Indeed, if there's one great equalizer in American society, it's elder care, because even if you've earned hundreds of thousands of dollars in retirement assets, you can burn through it quickly if you're not healthy.  And it strikes me as being a bit hypocritical of politicians - of all people - to be dictating how and what types of care should or shouldn't be funded anyway.  After all, many of them benefit from a federal healthcare program the rest of us Americans can only dream about.

Being Responsible for What God Expects of Us

People of faith, particularly those on the far-right side of the aisle who normally eschew anything that drains taxpayer dollars, need to remember that the Bible is explicit and repetitive on our mandate to care for the widows and needy among us.

If that means cutting back in other programs so that we can honor our elders by paying for the care they require, shouldn't we?

Of course, if that means cutting waste in the elder care programs we already have, shouldn't we?

Should it mean that family members currently working and trying to pay for their own retirement be forced to quit their jobs to perform the care for which our politicians don't want to pay?

Should it mean our pharmaceutical industry gets to set their prices for medications required to sustain life?  Or that nursing care providers and healthcare plan administrators get to inflate the costs of elder care by setting their own payment guidelines?

Where should the line be drawn between profit motive and pure greed when it comes to elder care?

Where should the line be drawn between our personal preference for low taxes and our ability to help out our fellow families grappling with elder care costs?  Granted, having the federal government administer elder care may not be the best approach.  The rules government bureaucrats and politicians concoct - particularly at the federal level - have a bad history of being woefully counterproductive.  Right now, Medicaid is run by individual states, and paid for by each state with matching funds from the federal government.  Technically, states can opt out of Medicaid, since their participation is voluntary.  So far, however, even though some states call their Medicaid program by a different name, all fifty states participate.

President Obama would like to expand Medicaid by broadening patient eligibility standards.  He says Obamacare will provide states more federal funds, but states will have to contribute more themselves, too, causing some to balk.  After all, whether we're talking state or federal funds, it's all still taxpayer dollars, so Obamacare doesn't really appear to be solving anything in terms of Medicaid.  Subtly expanding federal control over what has traditionally been a state-run program - which is what increasing federal participation would effectively do - doesn't sit well with conservatives, either.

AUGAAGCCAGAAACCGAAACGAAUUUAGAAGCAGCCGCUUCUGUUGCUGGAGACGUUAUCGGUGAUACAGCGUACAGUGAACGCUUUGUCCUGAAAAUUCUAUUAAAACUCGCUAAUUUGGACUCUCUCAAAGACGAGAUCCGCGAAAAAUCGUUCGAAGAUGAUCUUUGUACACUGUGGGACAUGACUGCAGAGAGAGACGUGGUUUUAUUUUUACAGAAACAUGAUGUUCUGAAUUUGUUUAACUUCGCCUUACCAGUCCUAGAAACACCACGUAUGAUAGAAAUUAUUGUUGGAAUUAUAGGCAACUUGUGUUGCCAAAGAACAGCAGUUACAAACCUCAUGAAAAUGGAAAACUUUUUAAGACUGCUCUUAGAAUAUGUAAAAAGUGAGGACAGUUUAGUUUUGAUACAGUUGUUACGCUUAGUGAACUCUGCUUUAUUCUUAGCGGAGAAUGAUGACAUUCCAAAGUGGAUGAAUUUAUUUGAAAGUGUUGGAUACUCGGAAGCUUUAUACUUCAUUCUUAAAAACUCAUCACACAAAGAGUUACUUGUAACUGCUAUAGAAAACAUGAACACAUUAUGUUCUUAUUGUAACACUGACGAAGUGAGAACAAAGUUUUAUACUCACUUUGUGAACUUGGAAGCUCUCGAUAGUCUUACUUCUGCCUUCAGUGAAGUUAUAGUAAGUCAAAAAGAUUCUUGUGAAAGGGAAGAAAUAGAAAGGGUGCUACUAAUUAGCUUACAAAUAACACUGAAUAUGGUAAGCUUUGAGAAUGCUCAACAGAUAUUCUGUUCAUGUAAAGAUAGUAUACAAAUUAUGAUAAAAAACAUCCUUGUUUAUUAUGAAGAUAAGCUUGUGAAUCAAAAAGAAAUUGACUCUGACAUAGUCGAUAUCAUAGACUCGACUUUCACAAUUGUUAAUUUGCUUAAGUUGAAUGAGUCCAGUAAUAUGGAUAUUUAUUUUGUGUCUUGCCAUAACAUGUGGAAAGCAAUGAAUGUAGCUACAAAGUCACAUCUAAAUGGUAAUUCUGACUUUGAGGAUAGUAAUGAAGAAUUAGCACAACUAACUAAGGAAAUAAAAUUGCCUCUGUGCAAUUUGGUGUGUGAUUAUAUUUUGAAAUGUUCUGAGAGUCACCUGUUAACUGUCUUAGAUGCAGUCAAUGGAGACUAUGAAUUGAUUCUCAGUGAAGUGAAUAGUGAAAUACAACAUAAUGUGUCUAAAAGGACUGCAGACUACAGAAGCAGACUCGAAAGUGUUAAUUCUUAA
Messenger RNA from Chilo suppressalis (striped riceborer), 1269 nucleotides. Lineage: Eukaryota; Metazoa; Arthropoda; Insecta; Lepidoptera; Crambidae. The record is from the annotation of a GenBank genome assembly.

Don't forget that Medicaid doesn't just pay for elder care.  It, along with Medicare, pays for a variety of healthcare costs for a variety of segments of our population.  When it comes to paying for elder care, however, it's usually Medicaid that taxpayers rely upon to cover the gaping cost gaps.  Unless somebody can come up with a better idea.

You've Aged Just Reading This

Fortunately, the recent trend towards home health care is helping to reduce some costs, and fast-paced advancements in the treatment of cancers and dementia may help provide cures to help senior citizens lead less dependent retirements.  But it's all still expensive.

A lot may hinge on what happens to Obamacare after this November's election.  Right now, depending on who you talk to, Obamacare is either lowering costs, or simply reducing the number of allowable medical procedures.  It's very difficult to parse the hype and rhetoric from reality.  Considering the resources required to provide the care you would expect for yourself or your parents, however, can we afford to spurn greater federal involvement in elder care?  If states opt out and lose federal funds, can our churches and community charities keep up with the growing demand?  Would you want your family to be one of the ones to find out?

Not that the government is the only hope for elder care.  But how realistic are we being by playing political gamesmanship with the needs of our aging population?  After all, even if we find ways to better manage elder care, and I hope we do, the demand for it won't go away.  None of us are getting any younger.

And we can't all hope to be the exception, and either earn enough or stay healthy enough to avoid the elder care cost crisis.

One of the blessings God offers His people in the Bible is long life.

How much of a blessing might long life really be?